Digest>Archives> January 2002

Unsolved Mystery: Toronto’s Gibraltar Point Lighthouse

By Jack Kohane


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Photo by Bud Burrows circa 1965. From the ...
Photo by: Bud Burrows

For nearly 200 years Toronto’s Gibraltar Point Lighthouse, along with its resident restless ghost, have overlooked nautical traffic coming and going across the mile-wide harbor. Situated on the Toronto Islands, essentially a finger-like peninsula of interconnected sandbars deposited from the eroding Scarborough Bluffs on the city’s eastern perimeter, the Gibraltar Point Lighthouse is the oldest Ontario landmark still on its original site. From its strategic vantage point on the southern spur of the Islands, the tower has witnessed most of Toronto’s history unfold; for 150 years its light beam has shone for some 30 to 40 miles over the sweep of Lake Ontario.

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“Old Fogbell,” by William Armstrong, from the ...

The Gibraltar Point Lighthouse is arguably the oldest lighthouse in Canada. Some say the Sambro Island tower (built circa 1760), just outside Halifax Harbour in Nova Scotia, is older. But because Sambro was extensively restored and fortified in 1998, it is modernized, while the Toronto lighthouse remains much as it when it was completed in 1808. Even its 80 wooden stairs winding up the narrow spiral staircase to the lantern, which were constructed of resilient and rot-resistant Douglas fir planks, haven’t been replaced since the 1870s. Without doubt, Gibraltar Point Lighthouse is the oldest maritime signal on the Great Lakes.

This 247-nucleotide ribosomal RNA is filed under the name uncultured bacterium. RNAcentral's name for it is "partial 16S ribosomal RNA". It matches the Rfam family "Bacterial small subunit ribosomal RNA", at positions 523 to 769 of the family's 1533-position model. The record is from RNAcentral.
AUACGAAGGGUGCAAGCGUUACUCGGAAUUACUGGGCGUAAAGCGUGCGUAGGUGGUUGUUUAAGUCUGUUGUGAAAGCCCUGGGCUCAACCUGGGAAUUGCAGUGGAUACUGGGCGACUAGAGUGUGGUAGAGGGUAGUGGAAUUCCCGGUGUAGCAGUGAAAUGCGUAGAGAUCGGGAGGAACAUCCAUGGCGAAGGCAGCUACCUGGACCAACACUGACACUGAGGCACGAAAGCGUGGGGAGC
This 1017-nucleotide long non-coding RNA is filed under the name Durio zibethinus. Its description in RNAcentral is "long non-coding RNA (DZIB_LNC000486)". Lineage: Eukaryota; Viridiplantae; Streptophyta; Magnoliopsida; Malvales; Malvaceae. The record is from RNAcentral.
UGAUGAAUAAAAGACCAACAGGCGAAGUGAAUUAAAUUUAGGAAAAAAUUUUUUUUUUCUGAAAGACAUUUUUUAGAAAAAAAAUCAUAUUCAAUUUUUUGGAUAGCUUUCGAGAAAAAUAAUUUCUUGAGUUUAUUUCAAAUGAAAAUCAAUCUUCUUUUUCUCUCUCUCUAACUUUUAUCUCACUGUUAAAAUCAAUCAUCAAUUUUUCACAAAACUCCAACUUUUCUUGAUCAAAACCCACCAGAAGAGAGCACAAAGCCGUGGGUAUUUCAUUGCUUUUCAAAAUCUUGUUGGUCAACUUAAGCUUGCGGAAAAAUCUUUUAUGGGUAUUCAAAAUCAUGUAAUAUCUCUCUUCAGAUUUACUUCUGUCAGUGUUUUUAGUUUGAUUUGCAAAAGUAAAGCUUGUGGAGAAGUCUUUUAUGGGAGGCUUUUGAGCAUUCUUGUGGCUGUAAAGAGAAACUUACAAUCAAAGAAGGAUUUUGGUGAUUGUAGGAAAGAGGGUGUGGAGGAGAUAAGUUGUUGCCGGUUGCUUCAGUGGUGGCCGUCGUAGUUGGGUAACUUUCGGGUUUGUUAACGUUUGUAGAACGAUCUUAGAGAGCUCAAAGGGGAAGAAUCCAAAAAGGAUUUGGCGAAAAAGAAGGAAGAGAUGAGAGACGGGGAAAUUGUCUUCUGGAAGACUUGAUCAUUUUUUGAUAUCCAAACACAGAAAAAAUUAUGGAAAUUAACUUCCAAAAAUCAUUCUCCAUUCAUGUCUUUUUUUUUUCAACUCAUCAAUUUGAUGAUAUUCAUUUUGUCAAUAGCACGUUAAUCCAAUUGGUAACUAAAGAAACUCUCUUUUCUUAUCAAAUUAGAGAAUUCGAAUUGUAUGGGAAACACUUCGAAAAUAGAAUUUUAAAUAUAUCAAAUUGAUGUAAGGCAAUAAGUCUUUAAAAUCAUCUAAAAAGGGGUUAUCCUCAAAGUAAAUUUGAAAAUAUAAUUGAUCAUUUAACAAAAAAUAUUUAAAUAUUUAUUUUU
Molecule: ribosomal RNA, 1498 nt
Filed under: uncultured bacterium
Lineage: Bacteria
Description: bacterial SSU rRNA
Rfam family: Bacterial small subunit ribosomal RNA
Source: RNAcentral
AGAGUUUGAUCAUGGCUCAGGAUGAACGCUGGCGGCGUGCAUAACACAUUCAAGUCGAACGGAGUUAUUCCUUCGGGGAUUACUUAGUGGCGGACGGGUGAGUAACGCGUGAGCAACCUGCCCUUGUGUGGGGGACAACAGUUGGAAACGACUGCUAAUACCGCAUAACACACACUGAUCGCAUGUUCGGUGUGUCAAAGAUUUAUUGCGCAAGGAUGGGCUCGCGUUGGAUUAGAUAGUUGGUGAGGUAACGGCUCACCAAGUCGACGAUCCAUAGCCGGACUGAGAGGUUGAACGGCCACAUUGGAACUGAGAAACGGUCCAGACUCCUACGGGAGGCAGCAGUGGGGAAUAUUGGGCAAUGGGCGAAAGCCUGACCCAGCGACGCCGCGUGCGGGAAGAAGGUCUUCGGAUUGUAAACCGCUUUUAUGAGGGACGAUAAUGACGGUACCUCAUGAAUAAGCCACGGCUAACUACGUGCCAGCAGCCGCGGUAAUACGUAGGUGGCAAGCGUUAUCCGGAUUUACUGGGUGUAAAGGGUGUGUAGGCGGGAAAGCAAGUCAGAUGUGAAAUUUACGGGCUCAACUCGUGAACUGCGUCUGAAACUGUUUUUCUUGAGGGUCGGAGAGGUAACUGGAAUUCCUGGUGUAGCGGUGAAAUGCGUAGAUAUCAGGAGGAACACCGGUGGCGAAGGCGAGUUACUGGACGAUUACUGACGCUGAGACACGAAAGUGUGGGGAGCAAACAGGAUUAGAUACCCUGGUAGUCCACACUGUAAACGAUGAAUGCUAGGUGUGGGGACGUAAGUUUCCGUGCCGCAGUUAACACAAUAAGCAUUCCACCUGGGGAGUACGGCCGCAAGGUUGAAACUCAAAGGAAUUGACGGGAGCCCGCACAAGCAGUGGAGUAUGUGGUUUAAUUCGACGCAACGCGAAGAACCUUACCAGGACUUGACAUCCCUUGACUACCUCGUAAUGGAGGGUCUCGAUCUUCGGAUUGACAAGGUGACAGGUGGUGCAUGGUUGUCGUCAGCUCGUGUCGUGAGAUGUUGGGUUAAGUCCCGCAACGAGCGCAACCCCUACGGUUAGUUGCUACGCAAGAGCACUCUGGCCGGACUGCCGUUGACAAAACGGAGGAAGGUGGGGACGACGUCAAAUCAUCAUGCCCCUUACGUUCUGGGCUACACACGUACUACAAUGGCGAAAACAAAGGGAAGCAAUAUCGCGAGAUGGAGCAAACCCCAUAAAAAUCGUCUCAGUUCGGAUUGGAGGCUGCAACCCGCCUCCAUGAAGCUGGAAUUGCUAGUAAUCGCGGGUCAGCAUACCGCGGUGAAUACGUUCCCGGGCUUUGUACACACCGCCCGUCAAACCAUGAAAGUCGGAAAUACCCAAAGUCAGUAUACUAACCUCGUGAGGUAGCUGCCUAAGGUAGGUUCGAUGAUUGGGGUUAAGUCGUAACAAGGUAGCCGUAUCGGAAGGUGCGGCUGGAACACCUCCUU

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From across the harbor. Photo by Fred Montague, ...

As early as 1803, it was realized that a lighthouse was essential to the safety of the vessels sailing Lake Ontario. John Graves Simcoe, founder of Toronto and Lieutenant Governor, the British Crown’s representative in English Canada, visited the peninsula and chose this ideal site for the lighthouse.

The original structure was 52 feet (16m) high including the lantern and built of Queenstown (Canada) limestone, which was transported to the site (approximately 10 miles across the lake) by barge. The building and its base, packed with stone to keep it in place, are hexagonal - one of only three lighthouses in Canada of that distinctive design. The diameter of the base is 22 feet (6.7m) and the circumference is about 68 feet (20.7m). The walls at the base are 6 feet (1.8m) thick, gradually decreasing in size to 4 feet (1.2m) thick at the top. The structure was heightened by 12 feet (3.6m) in 1832 using Kingston stone. The overall height from ground to the vane of the lantern is 84 feet (25m).

The first light was a fixed white lamp that annually burned about 200 gallons of sperm oil. When the tower was raised in 1832, an improved white light was also installed and, after 1863 coal oil replaced the sperm oil (about 900 gallons of coal oil used yearly).

In 1878, a new white revolving light was installed. This was one of the best and most powerful in North American waters. The light revolved once every minute and 48 seconds. The power to revolve the light itself was provided by a cable with a heavy weight on one end, which was wound around a drum every 14 hours by the lighthouse keeper. The weight, travelling down a tower in the centre of the lighthouse, caused the cable to unwind which, being geared to a shaft, revolved the light. Powerful reflectors projected the light.